2.5 What is the Roman Curia?
In theory, the pope is an absolute monarch who governs the Church, but in practice he is assisted by various “ministries” which together form the Roman Curia. The Secretariat of State handles internal (ecclesiastical) affairs and external relations. The dicasteries are responsible for such matters as canonisations and beatifications, education, bishops, family, laity...
One of the three Tribunals is the Roman Rota, the Church’s central court of law. The Secretariat for the Economy manages the economic activities of the Holy See and Vatican City State. The ultimate aim of all these organisations is to help the Church to explain and proclaim the Gospel and to assist the believers.
Why did Christ institute an ecclesiastical hierarchy?
Christ instituted an ecclesiastical hierarchy with the mission of feeding the people of God in his name and for this purpose gave it authority. The hierarchy is formed of sacred ministers,; bishops, priests, and deacons. Thanks to the sacrament of Orders, bishops and priests act in the exercise of their ministry in the name and person of Christ the Head. Deacons minister to the people of God in the diakonia (service) of word, liturgy, and charity. [CCCC 179]
How is the collegial dimension of Church ministry carried out?
After the example of the twelve Apostles who were chosen and sent out together by Christ, the unity of the Church’s hierarchy is at the service of the communion of all the faithful. Every bishop exercises his ministry as a member of the episcopal college in communion with the pope and shares with him in the care of the universal Church. Priests exercise their ministry in the presbyterate of the local Church in communion with their own bishop and under his direction. [CCCC 180]
Why does ecclesial ministry also have a personal character?
Ecclesial ministry also has a personal character in as much as each minister, in virtue of the sacrament of Holy Orders, is responsible before Christ who called him personally and conferred on him his mission. [CCCC 181]
Why is the Church not a democratic organization?
Democracy operates on the principle that all power comes from the people. In the Church, however, all power comes from Christ. That is why the Church has a hierarchical structure. At the same time, however, Christ gave her a collegial structure as well.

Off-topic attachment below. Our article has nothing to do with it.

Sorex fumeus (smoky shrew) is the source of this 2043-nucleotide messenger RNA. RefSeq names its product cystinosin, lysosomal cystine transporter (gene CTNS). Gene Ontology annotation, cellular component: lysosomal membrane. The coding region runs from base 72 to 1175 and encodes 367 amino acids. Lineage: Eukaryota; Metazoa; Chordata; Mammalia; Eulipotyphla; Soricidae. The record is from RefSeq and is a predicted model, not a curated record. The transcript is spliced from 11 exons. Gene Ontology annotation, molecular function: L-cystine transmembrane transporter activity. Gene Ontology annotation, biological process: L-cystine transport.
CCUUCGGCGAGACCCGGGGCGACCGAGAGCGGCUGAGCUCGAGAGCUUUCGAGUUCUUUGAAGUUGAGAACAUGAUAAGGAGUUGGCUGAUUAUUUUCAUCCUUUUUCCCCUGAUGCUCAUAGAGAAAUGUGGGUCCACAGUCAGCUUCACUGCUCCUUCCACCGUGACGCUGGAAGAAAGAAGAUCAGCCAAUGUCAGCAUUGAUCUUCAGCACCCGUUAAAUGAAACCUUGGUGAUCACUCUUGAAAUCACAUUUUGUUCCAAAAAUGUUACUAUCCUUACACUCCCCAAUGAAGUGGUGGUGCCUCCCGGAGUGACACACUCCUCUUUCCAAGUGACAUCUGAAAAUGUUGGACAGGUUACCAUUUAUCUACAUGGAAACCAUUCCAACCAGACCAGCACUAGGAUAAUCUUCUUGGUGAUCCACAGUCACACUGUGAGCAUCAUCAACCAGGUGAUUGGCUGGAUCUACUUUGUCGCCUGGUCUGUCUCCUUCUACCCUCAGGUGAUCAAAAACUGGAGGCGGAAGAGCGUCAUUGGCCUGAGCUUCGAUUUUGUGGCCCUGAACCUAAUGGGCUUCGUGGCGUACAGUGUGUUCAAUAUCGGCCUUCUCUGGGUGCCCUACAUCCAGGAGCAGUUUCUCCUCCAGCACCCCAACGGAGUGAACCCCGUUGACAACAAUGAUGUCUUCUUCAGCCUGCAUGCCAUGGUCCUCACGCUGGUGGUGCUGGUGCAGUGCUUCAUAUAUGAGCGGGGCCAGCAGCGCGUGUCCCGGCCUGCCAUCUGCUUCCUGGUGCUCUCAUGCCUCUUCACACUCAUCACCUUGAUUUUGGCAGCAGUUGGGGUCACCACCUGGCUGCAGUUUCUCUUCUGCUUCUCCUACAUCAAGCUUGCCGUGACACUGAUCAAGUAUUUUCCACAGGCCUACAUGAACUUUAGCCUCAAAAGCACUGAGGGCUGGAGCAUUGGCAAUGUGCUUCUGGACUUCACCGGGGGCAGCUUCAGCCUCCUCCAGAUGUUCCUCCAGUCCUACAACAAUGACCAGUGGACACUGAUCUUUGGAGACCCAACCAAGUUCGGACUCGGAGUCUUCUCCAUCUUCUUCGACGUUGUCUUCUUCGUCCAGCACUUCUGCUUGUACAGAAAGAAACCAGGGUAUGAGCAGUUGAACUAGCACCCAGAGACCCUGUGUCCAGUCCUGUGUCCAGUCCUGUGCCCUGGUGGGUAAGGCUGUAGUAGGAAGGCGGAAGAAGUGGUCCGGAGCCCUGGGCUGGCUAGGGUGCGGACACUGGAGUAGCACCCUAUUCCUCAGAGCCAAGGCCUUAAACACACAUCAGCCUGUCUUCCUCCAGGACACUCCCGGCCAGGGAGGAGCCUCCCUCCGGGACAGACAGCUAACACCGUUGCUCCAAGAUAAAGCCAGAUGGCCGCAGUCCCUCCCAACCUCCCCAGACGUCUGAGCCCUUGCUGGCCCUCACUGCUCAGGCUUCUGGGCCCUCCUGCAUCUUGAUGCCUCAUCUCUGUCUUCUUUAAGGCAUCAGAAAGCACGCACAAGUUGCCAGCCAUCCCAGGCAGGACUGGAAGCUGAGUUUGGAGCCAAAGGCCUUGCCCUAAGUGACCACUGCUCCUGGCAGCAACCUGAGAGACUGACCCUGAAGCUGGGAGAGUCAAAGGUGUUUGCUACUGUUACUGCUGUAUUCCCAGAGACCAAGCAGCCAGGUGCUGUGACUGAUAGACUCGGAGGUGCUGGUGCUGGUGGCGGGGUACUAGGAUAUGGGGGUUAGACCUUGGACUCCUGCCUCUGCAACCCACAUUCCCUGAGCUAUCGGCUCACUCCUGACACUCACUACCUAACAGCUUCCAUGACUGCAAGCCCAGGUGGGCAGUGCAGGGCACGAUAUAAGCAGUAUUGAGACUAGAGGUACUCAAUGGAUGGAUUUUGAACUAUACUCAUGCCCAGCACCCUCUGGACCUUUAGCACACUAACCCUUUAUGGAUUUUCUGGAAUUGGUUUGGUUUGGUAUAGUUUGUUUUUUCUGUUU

The hierarchical element in the Church consists in the fact that Christ himself is the one who acts in the Church when ordained ministers, by God’s grace, do or give something that they could not do or give by themselves, in other words, when they administer the sacraments in Christ’s place and teach with his authority. The collegial element in the Church consists in the fact that Christ entrusted the entire faith to a group of twelve apostles, whose successors govern the Church, with the pope, the Petrine ministry presiding. Given this collegial approach, councils are an indispensable part of the Church. Yet even in other administrative bodies of the Church, in synods and councils, the manifold gifts of the spirit and the universality of the Church throughout the world can be fruitful. [Youcat 140]
[These are] two hallmarks of the curial official, and even more of curial superiors, which I would like to emphasize: professionalism and service. Professionalism, by which I mean competence, study, keeping abreast of things… The second hallmark is service: service to the pope and to the bishops, to the universal Church and to the particular Churches. In the Roman Curia, one learns – in a special way, “one breathes in” – this twofold aspect of the Church, this interplay of the universal and the particular. [Pope Francis, To the Roman Curia, 21 Dec. 2013]